No joke: sitcoms fire up L.A. production
A new crop of comedies is helping to drive up television production at a time when L.A. has been struggling to keep major feature films from fleeing the state to cheaper locales.
Just last week, activity for on-location shoots for television programs doubled over the same time a year ago, a sign the sector is rebounding after falling in the third quarter. Dramas were up 36%, TV reality programs rose 128% and sitcoms jumped a whopping 1,580 % from the same time year ago. A similar spike occurred the prior week.
Sitcoms, which a year ago accounted for just 2% of TV production a year ago, saw its share of the pie increase to 16%, according to data from FilmL.A., the non profit film permitting group.
Fueling the increase are several new half hour comedies filming locally, including NBC’s “The Paul Reiser Show,” Fox’s “Raising Hope” along with new such cable comedies as “The Hard Times of RJ Berger” on MTV and Showtime’s “Shameless.”
Following the success of hit shows such as “Friends” and “Seinfeld” there had been a lull in sitcom production earlier this decade because few new shows took off. But with the success of such program as the hit CBS comedy “Two and a Half Men” and ABC's “Modern Family,” studios and networks are devoting more resources to the format.
Sitcoms are more lucrative to the studios when the reruns are sold into syndication because they command higher prices than dramas from TV stations.
Cable channels also are getting into the comedy business. A decade ago, sitcoms were almost exclusively the domain of the large broadcast networks. But the explosion of cable channels hungry for programming, and recent success with such comedies as “It’s Always Sunny in Philadelphia,” has enticed basic cable channels, including FX, USA, MTV and even TV Land to get into the business.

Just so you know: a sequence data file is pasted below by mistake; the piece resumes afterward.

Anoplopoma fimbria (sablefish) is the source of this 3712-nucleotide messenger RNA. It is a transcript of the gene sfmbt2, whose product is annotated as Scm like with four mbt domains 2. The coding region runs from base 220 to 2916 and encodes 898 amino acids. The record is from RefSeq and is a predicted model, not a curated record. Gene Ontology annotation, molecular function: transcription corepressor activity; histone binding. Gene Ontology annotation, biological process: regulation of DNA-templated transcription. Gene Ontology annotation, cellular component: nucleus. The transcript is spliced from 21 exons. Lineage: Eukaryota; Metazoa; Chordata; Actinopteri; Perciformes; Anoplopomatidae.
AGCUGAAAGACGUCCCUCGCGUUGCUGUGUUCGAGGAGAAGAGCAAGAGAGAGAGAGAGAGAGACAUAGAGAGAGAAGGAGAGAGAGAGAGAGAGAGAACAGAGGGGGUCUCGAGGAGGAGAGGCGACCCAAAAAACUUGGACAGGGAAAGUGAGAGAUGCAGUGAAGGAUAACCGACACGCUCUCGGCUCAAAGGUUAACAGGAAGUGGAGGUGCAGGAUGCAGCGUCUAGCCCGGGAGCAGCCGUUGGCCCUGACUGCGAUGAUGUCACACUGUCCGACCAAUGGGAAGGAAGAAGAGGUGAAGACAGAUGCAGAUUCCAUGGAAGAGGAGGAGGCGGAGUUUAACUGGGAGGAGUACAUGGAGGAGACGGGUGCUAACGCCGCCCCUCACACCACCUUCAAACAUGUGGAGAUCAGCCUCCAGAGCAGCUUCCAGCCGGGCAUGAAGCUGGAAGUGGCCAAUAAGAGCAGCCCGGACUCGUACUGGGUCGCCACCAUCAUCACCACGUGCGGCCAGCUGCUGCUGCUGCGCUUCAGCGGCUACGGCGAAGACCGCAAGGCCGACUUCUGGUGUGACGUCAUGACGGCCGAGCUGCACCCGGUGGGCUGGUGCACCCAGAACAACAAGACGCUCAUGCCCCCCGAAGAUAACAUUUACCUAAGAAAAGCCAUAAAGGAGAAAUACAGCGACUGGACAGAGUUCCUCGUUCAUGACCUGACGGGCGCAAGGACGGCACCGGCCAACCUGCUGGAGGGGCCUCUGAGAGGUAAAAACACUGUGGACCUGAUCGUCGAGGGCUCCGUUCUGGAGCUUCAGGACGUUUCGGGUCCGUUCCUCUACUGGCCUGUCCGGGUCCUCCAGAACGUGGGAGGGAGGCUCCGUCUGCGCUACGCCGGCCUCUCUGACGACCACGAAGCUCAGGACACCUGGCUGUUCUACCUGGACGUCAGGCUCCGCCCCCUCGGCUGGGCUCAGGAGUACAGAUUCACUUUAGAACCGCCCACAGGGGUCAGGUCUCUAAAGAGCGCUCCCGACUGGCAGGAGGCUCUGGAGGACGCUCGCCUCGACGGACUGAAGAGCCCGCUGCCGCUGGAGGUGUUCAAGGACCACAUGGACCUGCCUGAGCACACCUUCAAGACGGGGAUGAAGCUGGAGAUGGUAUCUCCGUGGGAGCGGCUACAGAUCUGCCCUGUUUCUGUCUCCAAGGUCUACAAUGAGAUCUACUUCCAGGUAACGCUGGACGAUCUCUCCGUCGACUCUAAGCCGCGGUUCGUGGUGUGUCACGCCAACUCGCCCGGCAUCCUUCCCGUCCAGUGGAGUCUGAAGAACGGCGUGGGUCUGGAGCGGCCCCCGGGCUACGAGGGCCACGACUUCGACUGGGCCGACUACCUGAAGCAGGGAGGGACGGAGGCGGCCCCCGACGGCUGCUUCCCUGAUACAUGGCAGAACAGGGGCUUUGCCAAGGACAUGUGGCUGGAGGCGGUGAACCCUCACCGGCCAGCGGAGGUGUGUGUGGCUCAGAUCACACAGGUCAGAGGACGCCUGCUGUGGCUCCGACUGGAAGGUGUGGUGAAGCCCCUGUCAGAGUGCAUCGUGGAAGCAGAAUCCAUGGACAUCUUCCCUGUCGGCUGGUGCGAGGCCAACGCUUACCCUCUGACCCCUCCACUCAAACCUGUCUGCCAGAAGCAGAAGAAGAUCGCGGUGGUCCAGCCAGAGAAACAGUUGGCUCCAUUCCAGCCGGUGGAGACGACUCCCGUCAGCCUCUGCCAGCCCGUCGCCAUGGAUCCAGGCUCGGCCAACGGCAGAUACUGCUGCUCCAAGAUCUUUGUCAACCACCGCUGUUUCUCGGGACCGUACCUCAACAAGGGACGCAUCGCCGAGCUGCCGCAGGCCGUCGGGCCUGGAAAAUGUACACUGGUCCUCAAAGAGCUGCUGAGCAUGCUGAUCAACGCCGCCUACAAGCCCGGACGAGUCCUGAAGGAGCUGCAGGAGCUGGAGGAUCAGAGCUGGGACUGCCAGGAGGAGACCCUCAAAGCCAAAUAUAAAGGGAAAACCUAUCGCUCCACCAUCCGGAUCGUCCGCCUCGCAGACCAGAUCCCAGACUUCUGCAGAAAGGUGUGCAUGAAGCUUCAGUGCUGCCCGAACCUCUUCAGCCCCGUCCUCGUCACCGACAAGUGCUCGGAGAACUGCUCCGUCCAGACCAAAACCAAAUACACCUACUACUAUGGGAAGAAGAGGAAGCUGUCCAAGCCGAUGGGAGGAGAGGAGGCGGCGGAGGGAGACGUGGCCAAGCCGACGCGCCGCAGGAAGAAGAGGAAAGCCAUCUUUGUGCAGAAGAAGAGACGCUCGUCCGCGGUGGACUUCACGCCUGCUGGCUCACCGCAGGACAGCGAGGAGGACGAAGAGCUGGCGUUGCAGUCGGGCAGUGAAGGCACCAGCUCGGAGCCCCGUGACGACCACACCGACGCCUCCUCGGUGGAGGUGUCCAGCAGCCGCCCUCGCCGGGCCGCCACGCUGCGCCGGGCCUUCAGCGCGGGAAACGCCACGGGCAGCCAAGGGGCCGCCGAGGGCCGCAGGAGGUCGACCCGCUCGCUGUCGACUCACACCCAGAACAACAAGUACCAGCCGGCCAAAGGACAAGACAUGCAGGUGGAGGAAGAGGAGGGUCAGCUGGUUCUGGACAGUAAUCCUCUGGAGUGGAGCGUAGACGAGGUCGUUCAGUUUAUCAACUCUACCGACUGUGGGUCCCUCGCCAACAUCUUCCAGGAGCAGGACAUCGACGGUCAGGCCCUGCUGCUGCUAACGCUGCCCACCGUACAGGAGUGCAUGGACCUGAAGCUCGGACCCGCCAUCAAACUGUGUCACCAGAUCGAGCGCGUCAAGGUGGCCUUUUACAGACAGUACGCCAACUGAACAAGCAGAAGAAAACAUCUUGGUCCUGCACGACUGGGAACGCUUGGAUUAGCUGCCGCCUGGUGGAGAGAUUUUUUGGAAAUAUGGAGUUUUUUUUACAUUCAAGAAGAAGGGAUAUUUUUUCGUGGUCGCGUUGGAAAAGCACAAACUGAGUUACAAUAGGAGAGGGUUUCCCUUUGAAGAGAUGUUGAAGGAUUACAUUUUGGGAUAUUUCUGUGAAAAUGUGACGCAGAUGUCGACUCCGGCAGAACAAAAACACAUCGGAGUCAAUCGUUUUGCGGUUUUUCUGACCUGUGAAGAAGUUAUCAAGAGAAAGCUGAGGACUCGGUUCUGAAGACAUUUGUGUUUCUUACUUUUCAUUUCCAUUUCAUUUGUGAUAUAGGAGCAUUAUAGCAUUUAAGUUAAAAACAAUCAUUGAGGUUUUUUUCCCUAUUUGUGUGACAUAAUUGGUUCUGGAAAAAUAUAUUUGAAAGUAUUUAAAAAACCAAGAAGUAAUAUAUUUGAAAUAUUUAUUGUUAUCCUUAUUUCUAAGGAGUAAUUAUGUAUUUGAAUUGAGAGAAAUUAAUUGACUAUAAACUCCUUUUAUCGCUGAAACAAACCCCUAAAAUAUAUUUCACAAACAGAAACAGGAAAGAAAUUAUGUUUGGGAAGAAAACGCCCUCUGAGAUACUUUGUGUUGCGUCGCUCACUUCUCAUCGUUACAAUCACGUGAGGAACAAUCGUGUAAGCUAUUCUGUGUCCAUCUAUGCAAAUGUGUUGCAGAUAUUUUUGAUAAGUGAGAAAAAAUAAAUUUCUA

Half hour comedies have been generating strong ratings: six of the top 10 scripted shows are comedies and about 40% of all comedies this season are maintaining or exceeding last year’s ratings, compared to 14 % for dramas, said Gary Newman, chair of Twentieth Century Fox TV.
“There just seems to renewed interest in comedies that for the longest time wasn’t there,’” Newman said. “Comedies across the board are performing better on network television than any other genre of programming.”
Newman chalks up the popularity of comedies to the cyclical nature of the TV business and to viewers “looking for an escape” from the dour economy.
Unlike traditional multi-camera sitcoms, which were typically recorded before a live audience, most of the new half hour comedies are shot more like dramas with a single camera. And they often are filmed on location, rather than just on a soundstage.
Fox is producing five half hour comedies in L.A., including the NBC show “Friends with Benefits’’ and the new series “Raising Hope,” which is based in Chatsworth and films heavily in the San Fernando Valley where the show’s writer, Greg Garcia, lives. “Modern Family” is based on the Fox lot and frequently films in the surrounding area, including at The Grove, Cheviot Hills and the Century City Mall.
Unlike dramas, which can easily be shot out-of-state, sitcoms have always been centered around LA because comedy writers typically need to be close to the production so they interact with directors and producers.
“We think comedies have a better chance of working,’’ Newman said, “if we can get everyone in the same city.”
Times reporter Meg James contributed to this report.